Church Of Holy Bleach Drinking Family Indicted (Again) For Selling Bleach As COVID Cure

coronavirus
Drinking bleach to cure COVID-19

Hey! You know what is a bad idea? Drinking bleach. Bleach, while a wonderful product for disinfecting things and keeping your whites their whitest, is not meant to be a beverage, because it's toxic. It is not a cure for anything other than a wine stain on your blouse.

it is also a bad idea to sell bleach as a thing people can drink, while telling them the bleach will cure them of practically any disease (real or imaginary) on earth. In fact, that is the kind of idea you can go to prison for.

On Friday, a grand jury indicted Florida Man Mark Grenon -- leader of the Genesis II Church of Health and Healing, a "church" the indictment says pretty much only exists for the purpose of being able to sell bleach as a cure for things — and his three sons on charges of conspiracy to commit fraud and criminal contempt for continuing to sell their "Miracle Mineral Solution," despite a court order requiring them to stop.


This is the second time in a year the family has been indicted for selling "Miracle Mineral Solution," otherwise known as sodium chlorite (an industrial bleach used for stripping textiles) and water, as a cure for every health issue or disease on earth. They claim it cures "cancer, Alzheimer's, diabetes, autism, malaria, hepatitis, Parkinson's, herpes, HIV/AIDS, and other serious medical conditions." MMS is also a popular "cure" for not entirely real health conditions like Morgellons and "chronic lyme disease."

While the Grenons have been doing this for years, their insistence on marketing the bleach as a cure for COVID-19 led the government to crack down on their operations.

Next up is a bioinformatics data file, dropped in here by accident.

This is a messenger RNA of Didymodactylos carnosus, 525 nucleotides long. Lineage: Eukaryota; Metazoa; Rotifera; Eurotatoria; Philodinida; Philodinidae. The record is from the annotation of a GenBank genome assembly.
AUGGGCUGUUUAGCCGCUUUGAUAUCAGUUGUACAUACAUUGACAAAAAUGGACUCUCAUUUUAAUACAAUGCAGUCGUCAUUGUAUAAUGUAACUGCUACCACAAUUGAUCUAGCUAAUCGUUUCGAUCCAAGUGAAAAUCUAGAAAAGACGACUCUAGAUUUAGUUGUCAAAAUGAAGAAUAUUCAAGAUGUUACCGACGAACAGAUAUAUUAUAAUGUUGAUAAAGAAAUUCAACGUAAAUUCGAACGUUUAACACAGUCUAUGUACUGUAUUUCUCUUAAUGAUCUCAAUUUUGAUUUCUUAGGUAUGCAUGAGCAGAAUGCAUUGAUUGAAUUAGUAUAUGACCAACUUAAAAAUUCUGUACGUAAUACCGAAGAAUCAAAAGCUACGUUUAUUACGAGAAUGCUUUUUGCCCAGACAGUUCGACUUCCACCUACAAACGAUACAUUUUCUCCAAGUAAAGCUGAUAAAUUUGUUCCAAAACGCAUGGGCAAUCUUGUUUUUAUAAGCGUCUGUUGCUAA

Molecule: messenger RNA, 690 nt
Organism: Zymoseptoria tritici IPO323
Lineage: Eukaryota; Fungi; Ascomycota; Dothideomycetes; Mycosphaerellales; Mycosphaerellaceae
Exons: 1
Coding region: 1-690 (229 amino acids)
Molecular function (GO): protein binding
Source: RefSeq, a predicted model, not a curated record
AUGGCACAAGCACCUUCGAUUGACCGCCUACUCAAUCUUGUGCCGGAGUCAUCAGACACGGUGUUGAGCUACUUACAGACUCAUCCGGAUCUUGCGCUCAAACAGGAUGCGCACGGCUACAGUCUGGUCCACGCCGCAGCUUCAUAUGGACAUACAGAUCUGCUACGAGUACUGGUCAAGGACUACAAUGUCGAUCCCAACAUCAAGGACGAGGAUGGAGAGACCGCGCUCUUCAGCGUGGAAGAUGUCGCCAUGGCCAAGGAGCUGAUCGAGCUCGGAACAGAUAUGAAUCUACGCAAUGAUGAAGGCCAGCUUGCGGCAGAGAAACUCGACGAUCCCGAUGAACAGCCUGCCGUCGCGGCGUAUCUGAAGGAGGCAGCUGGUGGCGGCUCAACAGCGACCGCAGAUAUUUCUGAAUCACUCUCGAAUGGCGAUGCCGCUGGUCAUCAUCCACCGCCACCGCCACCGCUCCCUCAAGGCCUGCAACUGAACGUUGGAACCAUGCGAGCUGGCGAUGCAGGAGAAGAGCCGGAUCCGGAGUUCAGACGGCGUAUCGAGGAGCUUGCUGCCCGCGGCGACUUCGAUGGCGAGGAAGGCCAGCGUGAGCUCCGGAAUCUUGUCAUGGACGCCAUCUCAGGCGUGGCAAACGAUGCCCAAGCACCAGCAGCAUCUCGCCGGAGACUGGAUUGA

The Department of Justice also seems to not think it was very cute of them to create a church to get around the legal quagmire of selling people bleach to drink.

Via the press release from the Department of Justice:

The indictment [...] alleges that before marketing MMS as a cure for COVID-19, the Grenons marketed MMS as a miracle cure-all for dozens of other serious diseases and disorders, even though the FDA had not approved MMS for any use. The Grenons sold tens of thousands of bottles of MMS nationwide, including to consumers throughout South Florida, according to the allegations. They sold this dangerous product under the guise of Genesis II Church of Health and Healing ("Genesis"), an entity they are accused of creating to avoid government regulation of MMS and shield themselves from prosecution. According to charging documents, Genesis' own websites describe Genesis as a "non-religious church," and Defendant Mark Grenon, the co-founder of Genesis, has repeatedly acknowledged that Genesis "has nothing to do with religion," and that he founded Genesis to "legalize the use of MMS" and avoid "going [ ] to jail." The Genesis websites further stated that MMS could be acquired only through a "donation" to Genesis, but the donation amounts for MMS orders were set at specific dollar amounts, and were mandatory, such that the donation amounts were effectively just sales prices. The indictment alleges that the Grenons received more than $1 million from selling MMS.

That is a whole lot of money for snake oil.

The last time the Grenons were told they couldn't sell bleach as a cure, they threatened that they would get their guns and instigate another "Waco." And they do have a lot of guns, at least one of which they keep in a violin case like old-timey mobsters.

More from the DOJ press release:

[A]ccording to statements made in court by federal prosecutors in Miami, a search warrant was executed for Defendant Jonathan Grenon's house at the time of his arrest, and officers discovered that the Grenons were manufacturing MMS in a shed in Jonathan Grenon's backyard in Bradenton, Florida. Officers seized dozens of blue chemical drums containing nearly 10,000 pounds of sodium chlorite powder, thousands of bottles of MMS, and other items used in the manufacture and distribution of MMS. The government also recovered multiple loaded firearms, including one pump-action shotgun concealed in a custom-made violin case to disguise its appearance, according to prosecutors.

While Jonathan and Jordan Grenon have been detained since their arrest, Mark and Joseph Grenon are currently in Colombia. If convicted, they may all face life sentences in prison.

[Department of Justice]

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Robyn Pennacchia

Robyn Pennacchia is a brilliant, fabulously talented and visually stunning angel of a human being, who shrugged off what she is pretty sure would have been a Tony Award-winning career in musical theater in order to write about stuff on the internet. Follow her on Twitter at @RobynElyse

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